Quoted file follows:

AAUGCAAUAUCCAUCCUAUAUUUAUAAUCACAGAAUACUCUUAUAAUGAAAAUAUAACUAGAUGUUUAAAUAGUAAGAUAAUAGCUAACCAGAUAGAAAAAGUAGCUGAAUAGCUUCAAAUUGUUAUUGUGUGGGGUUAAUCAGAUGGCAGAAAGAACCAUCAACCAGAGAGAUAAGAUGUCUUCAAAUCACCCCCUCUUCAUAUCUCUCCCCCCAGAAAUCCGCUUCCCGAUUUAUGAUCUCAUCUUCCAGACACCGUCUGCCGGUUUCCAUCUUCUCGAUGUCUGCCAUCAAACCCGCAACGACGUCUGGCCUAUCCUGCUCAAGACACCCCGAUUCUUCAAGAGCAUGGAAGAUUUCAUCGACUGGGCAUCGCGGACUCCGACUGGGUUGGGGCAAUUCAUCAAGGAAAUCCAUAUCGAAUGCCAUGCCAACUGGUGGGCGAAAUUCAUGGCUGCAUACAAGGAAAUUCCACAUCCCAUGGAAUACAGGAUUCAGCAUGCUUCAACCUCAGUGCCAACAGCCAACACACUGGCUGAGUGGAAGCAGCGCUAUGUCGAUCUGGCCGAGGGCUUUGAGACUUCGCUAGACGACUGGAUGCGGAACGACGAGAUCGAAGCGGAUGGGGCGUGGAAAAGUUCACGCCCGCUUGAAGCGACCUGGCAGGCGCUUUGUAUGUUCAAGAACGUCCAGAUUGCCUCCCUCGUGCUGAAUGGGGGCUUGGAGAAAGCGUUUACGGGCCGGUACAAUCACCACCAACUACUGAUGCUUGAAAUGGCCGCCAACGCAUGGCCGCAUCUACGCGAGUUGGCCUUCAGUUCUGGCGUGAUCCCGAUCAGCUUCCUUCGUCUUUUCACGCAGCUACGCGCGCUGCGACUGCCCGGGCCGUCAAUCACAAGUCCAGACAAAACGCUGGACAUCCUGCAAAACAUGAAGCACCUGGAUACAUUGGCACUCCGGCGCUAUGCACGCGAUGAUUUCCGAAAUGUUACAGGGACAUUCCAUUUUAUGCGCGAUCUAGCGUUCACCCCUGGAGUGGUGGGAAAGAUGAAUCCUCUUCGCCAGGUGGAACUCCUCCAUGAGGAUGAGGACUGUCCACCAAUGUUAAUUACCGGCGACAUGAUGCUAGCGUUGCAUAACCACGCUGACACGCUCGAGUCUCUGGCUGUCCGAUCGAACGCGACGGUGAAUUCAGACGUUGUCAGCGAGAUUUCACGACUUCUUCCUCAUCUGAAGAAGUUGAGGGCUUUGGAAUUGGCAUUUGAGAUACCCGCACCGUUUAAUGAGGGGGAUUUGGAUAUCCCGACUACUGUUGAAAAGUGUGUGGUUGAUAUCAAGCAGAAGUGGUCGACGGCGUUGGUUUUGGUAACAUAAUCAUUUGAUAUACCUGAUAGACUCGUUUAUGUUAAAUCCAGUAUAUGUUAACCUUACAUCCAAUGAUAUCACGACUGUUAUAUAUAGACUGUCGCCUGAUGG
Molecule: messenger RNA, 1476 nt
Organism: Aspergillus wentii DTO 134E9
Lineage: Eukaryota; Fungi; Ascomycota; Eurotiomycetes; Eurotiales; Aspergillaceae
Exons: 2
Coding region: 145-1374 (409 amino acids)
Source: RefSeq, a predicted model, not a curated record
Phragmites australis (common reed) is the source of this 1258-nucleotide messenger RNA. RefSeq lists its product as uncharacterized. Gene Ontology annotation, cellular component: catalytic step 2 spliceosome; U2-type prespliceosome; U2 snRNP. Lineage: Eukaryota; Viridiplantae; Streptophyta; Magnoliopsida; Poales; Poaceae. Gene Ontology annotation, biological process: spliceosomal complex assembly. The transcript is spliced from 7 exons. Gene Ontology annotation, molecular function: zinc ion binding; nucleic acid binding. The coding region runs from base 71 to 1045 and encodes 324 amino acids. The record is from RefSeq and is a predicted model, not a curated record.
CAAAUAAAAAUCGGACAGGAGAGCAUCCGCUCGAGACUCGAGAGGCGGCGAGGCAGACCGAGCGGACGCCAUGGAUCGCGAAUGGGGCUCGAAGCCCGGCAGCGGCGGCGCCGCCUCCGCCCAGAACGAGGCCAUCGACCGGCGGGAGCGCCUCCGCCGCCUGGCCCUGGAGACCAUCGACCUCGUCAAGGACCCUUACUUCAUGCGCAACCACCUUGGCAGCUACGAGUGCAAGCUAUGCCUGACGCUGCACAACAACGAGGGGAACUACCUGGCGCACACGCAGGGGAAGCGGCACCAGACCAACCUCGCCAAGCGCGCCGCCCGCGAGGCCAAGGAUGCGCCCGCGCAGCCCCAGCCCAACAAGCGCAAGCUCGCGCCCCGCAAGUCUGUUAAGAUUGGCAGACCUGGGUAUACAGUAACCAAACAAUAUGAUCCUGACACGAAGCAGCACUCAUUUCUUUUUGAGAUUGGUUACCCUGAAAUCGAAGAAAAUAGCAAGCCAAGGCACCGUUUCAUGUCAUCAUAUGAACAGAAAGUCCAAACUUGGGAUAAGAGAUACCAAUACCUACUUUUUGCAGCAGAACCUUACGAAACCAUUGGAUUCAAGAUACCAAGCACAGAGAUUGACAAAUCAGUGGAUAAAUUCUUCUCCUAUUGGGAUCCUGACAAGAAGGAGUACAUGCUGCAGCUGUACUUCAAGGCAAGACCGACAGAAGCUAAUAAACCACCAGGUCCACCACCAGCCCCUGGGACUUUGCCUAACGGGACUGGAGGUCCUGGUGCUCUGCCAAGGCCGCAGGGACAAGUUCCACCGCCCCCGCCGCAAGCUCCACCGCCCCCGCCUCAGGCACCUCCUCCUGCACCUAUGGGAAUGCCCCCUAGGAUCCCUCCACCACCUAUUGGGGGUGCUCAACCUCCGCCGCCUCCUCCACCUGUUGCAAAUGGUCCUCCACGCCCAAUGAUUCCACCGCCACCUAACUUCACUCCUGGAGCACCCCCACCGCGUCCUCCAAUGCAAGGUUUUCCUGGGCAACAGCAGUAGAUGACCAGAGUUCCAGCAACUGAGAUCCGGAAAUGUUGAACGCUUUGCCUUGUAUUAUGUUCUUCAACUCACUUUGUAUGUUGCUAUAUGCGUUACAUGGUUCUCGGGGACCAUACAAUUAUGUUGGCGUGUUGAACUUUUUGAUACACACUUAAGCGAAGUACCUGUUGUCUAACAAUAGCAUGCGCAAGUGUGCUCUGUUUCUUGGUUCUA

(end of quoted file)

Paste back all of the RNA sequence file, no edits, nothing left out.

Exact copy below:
AAUGCAAUAUCCAUCCUAUAUUUAUAAUCACAGAAUACUCUUAUAAUGAAAAUAUAACUAGAUGUUUAAAUAGUAAGAUAAUAGCUAACCAGAUAGAAAAAGUAGCUGAAUAGCUUCAAAUUGUUAUUGUGUGGGGUUAAUCAGAUGGCAGAAAGAACCAUCAACCAGAGAGAUAAGAUGUCUUCAAAUCACCCCCUCUUCAUAUCUCUCCCCCCAGAAAUCCGCUUCCCGAUUUAUGAUCUCAUCUUCCAGACACCGUCUGCCGGUUUCCAUCUUCUCGAUGUCUGCCAUCAAACCCGCAACGACGUCUGGCCUAUCCUGCUCAAGACACCCCGAUUCUUCAAGAGCAUGGAAGAUUUCAUCGACUGGGCAUCGCGGACUCCGACUGGGUUGGGGCAAUUCAUCAAGGAAAUCCAUAUCGAAUGCCAUGCCAACUGGUGGGCGAAAUUCAUGGCUGCAUACAAGGAAAUUCCACAUCCCAUGGAAUACAGGAUUCAGCAUGCUUCAACCUCAGUGCCAACAGCCAACACACUGGCUGAGUGGAAGCAGCGCUAUGUCGAUCUGGCCGAGGGCUUUGAGACUUCGCUAGACGACUGGAUGCGGAACGACGAGAUCGAAGCGGAUGGGGCGUGGAAAAGUUCACGCCCGCUUGAAGCGACCUGGCAGGCGCUUUGUAUGUUCAAGAACGUCCAGAUUGCCUCCCUCGUGCUGAAUGGGGGCUUGGAGAAAGCGUUUACGGGCCGGUACAAUCACCACCAACUACUGAUGCUUGAAAUGGCCGCCAACGCAUGGCCGCAUCUACGCGAGUUGGCCUUCAGUUCUGGCGUGAUCCCGAUCAGCUUCCUUCGUCUUUUCACGCAGCUACGCGCGCUGCGACUGCCCGGGCCGUCAAUCACAAGUCCAGACAAAACGCUGGACAUCCUGCAAAACAUGAAGCACCUGGAUACAUUGGCACUCCGGCGCUAUGCACGCGAUGAUUUCCGAAAUGUUACAGGGACAUUCCAUUUUAUGCGCGAUCUAGCGUUCACCCCUGGAGUGGUGGGAAAGAUGAAUCCUCUUCGCCAGGUGGAACUCCUCCAUGAGGAUGAGGACUGUCCACCAAUGUUAAUUACCGGCGACAUGAUGCUAGCGUUGCAUAACCACGCUGACACGCUCGAGUCUCUGGCUGUCCGAUCGAACGCGACGGUGAAUUCAGACGUUGUCAGCGAGAUUUCACGACUUCUUCCUCAUCUGAAGAAGUUGAGGGCUUUGGAAUUGGCAUUUGAGAUACCCGCACCGUUUAAUGAGGGGGAUUUGGAUAUCCCGACUACUGUUGAAAAGUGUGUGGUUGAUAUCAAGCAGAAGUGGUCGACGGCGUUGGUUUUGGUAACAUAAUCAUUUGAUAUACCUGAUAGACUCGUUUAUGUUAAAUCCAGUAUAUGUUAACCUUACAUCCAAUGAUAUCACGACUGUUAUAUAUAGACUGUCGCCUGAUGG
Molecule: messenger RNA, 1476 nt
Organism: Aspergillus wentii DTO 134E9
Lineage: Eukaryota; Fungi; Ascomycota; Eurotiomycetes; Eurotiales; Aspergillaceae
Exons: 2
Coding region: 145-1374 (409 amino acids)
Source: RefSeq, a predicted model, not a curated record
Phragmites australis (common reed) is the source of this 1258-nucleotide messenger RNA. RefSeq lists its product as uncharacterized. Gene Ontology annotation, cellular component: catalytic step 2 spliceosome; U2-type prespliceosome; U2 snRNP. Lineage: Eukaryota; Viridiplantae; Streptophyta; Magnoliopsida; Poales; Poaceae. Gene Ontology annotation, biological process: spliceosomal complex assembly. The transcript is spliced from 7 exons. Gene Ontology annotation, molecular function: zinc ion binding; nucleic acid binding. The coding region runs from base 71 to 1045 and encodes 324 amino acids. The record is from RefSeq and is a predicted model, not a curated record.
CAAAUAAAAAUCGGACAGGAGAGCAUCCGCUCGAGACUCGAGAGGCGGCGAGGCAGACCGAGCGGACGCCAUGGAUCGCGAAUGGGGCUCGAAGCCCGGCAGCGGCGGCGCCGCCUCCGCCCAGAACGAGGCCAUCGACCGGCGGGAGCGCCUCCGCCGCCUGGCCCUGGAGACCAUCGACCUCGUCAAGGACCCUUACUUCAUGCGCAACCACCUUGGCAGCUACGAGUGCAAGCUAUGCCUGACGCUGCACAACAACGAGGGGAACUACCUGGCGCACACGCAGGGGAAGCGGCACCAGACCAACCUCGCCAAGCGCGCCGCCCGCGAGGCCAAGGAUGCGCCCGCGCAGCCCCAGCCCAACAAGCGCAAGCUCGCGCCCCGCAAGUCUGUUAAGAUUGGCAGACCUGGGUAUACAGUAACCAAACAAUAUGAUCCUGACACGAAGCAGCACUCAUUUCUUUUUGAGAUUGGUUACCCUGAAAUCGAAGAAAAUAGCAAGCCAAGGCACCGUUUCAUGUCAUCAUAUGAACAGAAAGUCCAAACUUGGGAUAAGAGAUACCAAUACCUACUUUUUGCAGCAGAACCUUACGAAACCAUUGGAUUCAAGAUACCAAGCACAGAGAUUGACAAAUCAGUGGAUAAAUUCUUCUCCUAUUGGGAUCCUGACAAGAAGGAGUACAUGCUGCAGCUGUACUUCAAGGCAAGACCGACAGAAGCUAAUAAACCACCAGGUCCACCACCAGCCCCUGGGACUUUGCCUAACGGGACUGGAGGUCCUGGUGCUCUGCCAAGGCCGCAGGGACAAGUUCCACCGCCCCCGCCGCAAGCUCCACCGCCCCCGCCUCAGGCACCUCCUCCUGCACCUAUGGGAAUGCCCCCUAGGAUCCCUCCACCACCUAUUGGGGGUGCUCAACCUCCGCCGCCUCCUCCACCUGUUGCAAAUGGUCCUCCACGCCCAAUGAUUCCACCGCCACCUAACUUCACUCCUGGAGCACCCCCACCGCGUCCUCCAAUGCAAGGUUUUCCUGGGCAACAGCAGUAGAUGACCAGAGUUCCAGCAACUGAGAUCCGGAAAUGUUGAACGCUUUGCCUUGUAUUAUGUUCUUCAACUCACUUUGUAUGUUGCUAUAUGCGUUACAUGGUUCUCGGGGACCAUACAAUUAUGUUGGCGUGUUGAACUUUUUGAUACACACUUAAGCGAAGUACCUGUUGUCUAACAAUAGCAUGCGCAAGUGUGCUCUGUUUCUUGGUUCUA